The Government has outlined plans to extend strike laws to ensure doctors and nurses in hospitals in England provide a minimum level of cover, as the NHS braces itself for a 4-day walkout.
The new regulations, which are open to consultation, would mean doctors and nurses have to provide a certain level of cover after being issued with a "work notice" by employers on what is needed to maintain "necessary and safe levels of service".
Consultations on minimum service levels have already run for ambulance staff, fire and rescue services and passenger rail workers, after the Strikes (Minimum Service Levels) Act became law.
The new consultation would cover urgent, emergency and "time-critical" hospital-based health services, with any rules possibly implemented next year. It comes as NHS Providers, which represents health managers, has warned the health service is in "uncharted territory" as it faces 4 days of strikes by doctors in England, with thousands of patient appointments expected to be cancelled.
The NHS Confederation also said some patients are seeing their appointments and operations cancelled three times, adding that health leaders are worried ministers are failing to acknowledge the severity of the situation, instead seeing strikes as "business as usual".
Coordinated Strike Action
Consultants are walking out in a dispute over pay on Tuesday and Wednesday this week, as well as on 2, 3, and 4 October. Junior doctors, who have held 19 days of strike action since March, will walk out on Wednesday, Thursday, and Friday this week, and 2, 3, and 4 October. This means that Wednesday's strike this week, plus the 3 days next month, will see both consultants and junior doctors absent from work on the same days.
England's Health and Social Care Secretary, Steve Barclay, said: "My top priority is to protect patients and these regulations would provide a safety net for trusts and an assurance to the public that vital health services will be there when they need them.
"Doctors who started their hospital training this year are receiving a 10.3% pay increase, with the average junior doctor getting 8.8%, and consultants are receiving a 6% pay rise alongside generous reforms to their pensions, which was the BMA's number one ask."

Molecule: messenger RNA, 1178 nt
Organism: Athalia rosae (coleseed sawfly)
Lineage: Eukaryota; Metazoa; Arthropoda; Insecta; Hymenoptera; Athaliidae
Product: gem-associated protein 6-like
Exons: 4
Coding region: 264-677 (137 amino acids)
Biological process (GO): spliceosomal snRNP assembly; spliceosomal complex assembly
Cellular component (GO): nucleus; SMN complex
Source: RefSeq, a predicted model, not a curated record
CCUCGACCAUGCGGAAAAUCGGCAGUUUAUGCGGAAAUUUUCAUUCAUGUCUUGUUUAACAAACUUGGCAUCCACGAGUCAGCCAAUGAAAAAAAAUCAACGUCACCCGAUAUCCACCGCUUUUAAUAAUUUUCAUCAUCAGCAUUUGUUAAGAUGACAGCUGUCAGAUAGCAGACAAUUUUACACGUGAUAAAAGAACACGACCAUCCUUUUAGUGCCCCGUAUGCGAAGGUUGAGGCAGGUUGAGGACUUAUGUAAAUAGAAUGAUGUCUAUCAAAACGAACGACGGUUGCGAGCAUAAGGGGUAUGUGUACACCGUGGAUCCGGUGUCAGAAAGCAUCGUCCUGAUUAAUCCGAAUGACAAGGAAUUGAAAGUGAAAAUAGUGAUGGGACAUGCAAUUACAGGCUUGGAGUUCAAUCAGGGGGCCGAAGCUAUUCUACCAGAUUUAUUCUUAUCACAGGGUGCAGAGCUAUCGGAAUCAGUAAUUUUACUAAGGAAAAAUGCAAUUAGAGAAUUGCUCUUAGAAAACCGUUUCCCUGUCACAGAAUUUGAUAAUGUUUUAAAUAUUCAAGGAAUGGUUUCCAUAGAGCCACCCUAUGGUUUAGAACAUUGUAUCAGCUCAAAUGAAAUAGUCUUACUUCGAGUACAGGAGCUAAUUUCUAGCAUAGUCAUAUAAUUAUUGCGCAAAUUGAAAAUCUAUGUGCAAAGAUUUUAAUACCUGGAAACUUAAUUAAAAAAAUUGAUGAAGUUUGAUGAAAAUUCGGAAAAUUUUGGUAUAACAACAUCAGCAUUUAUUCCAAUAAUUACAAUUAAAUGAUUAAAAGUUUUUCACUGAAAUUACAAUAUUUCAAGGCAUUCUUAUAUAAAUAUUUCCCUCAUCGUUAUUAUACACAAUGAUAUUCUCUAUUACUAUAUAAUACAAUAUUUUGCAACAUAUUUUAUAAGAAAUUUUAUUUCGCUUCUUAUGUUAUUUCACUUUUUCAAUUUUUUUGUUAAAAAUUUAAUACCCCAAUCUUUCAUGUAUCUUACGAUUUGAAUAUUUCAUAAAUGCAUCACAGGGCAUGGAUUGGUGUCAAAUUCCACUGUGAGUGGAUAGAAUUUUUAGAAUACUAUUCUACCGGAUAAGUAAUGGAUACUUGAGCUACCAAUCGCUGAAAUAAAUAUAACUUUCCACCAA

The BMA said on Monday it had written to Prime Minister Rishi Sunak and Mr Barclay outlining the "key asks" needed to end the pay dispute. It added there had been "constructive conversations" between the leader of the BMA consultants' committee and Government representatives about how the row might be settled.
In the letter Dr Vishal Sharma, the chairman of the consultants' committee, said the BMA has always been clear that "strikes could be avoided if the Government was to present us with a credible offer that we could put to our members. We are willing to negotiate with government at any stage but for strike action to be stood down, we do need to be able to present our members with an offer and cannot cancel strikes to simply enter talks."
The letter said an agreement is now essential, adding: "We are seeking a pay package for 2023-24 above the level of RPI inflation for the 12 months until April 2023 (the date at which the award applies) that ensures our pay is not eroded further. This is not dissimilar to the settlement in Scotland for junior doctors and demonstrates that this is deliverable."
Professor Phil Banfield, chairman of the BMA council, said that planned strike action would preserve minimum staffing levels and consultants and junior doctors would not stage a "full walk-out".
He said: "These regulations add further to what we've seen from this Government in attempting to stifle the right for doctors to act collectively and fight for better pay and conditions in their workplace."
Strikes "Can't Become the Status Quo"
The latest development comes as Saffron Cordery, deputy chief executive of NHS Providers, said this week's strike action "can't become the status quo".
Ms Cordery told the PA news agency: "We're in uncharted territory. It's all hands on deck in trusts across the country. Ten months of industrial action have seen almost one million routine appointments and procedures delayed. Strikes can't become the status quo. Only the Government sitting down with the unions can end this disruption."
She added that the proposed minimum service levels announced by the Government risk "worsening industrial relations at a time when we need Government and unions to get around the table and enter into talks to avert further escalation and disruption to patient care."
Meanwhile the NHS Confederation, which represents all NHS organisations, said increasing numbers of patients, including cancer patients, are seeing their appointments rescheduled more than once due to strikes.
Matthew Taylor, chief executive of the organisation, said: "This is likely to be the biggest walkout the NHS has ever seen, will cause serious disruption, and put patients at the highest level of risk in living memory. Leaders are concerned that this dangerous situation is being underestimated by the Government, telling us that this feels much different and more complex than previous strikes, with most reporting greater difficulties in rota planning and having to cancel huge numbers of elective operations and appointments in advance."
Referring to the Prime Minister's pledge earlier this year to cut waiting lists, he added: "While there is no suggestion that industrial action is the cause of the backlogs, with over a decade of underfunding largely to blame, it is certainly not helping the NHS's continuing efforts to reduce waiting lists and is beginning to make the Prime Minister's pledge on targets look like a fantasy."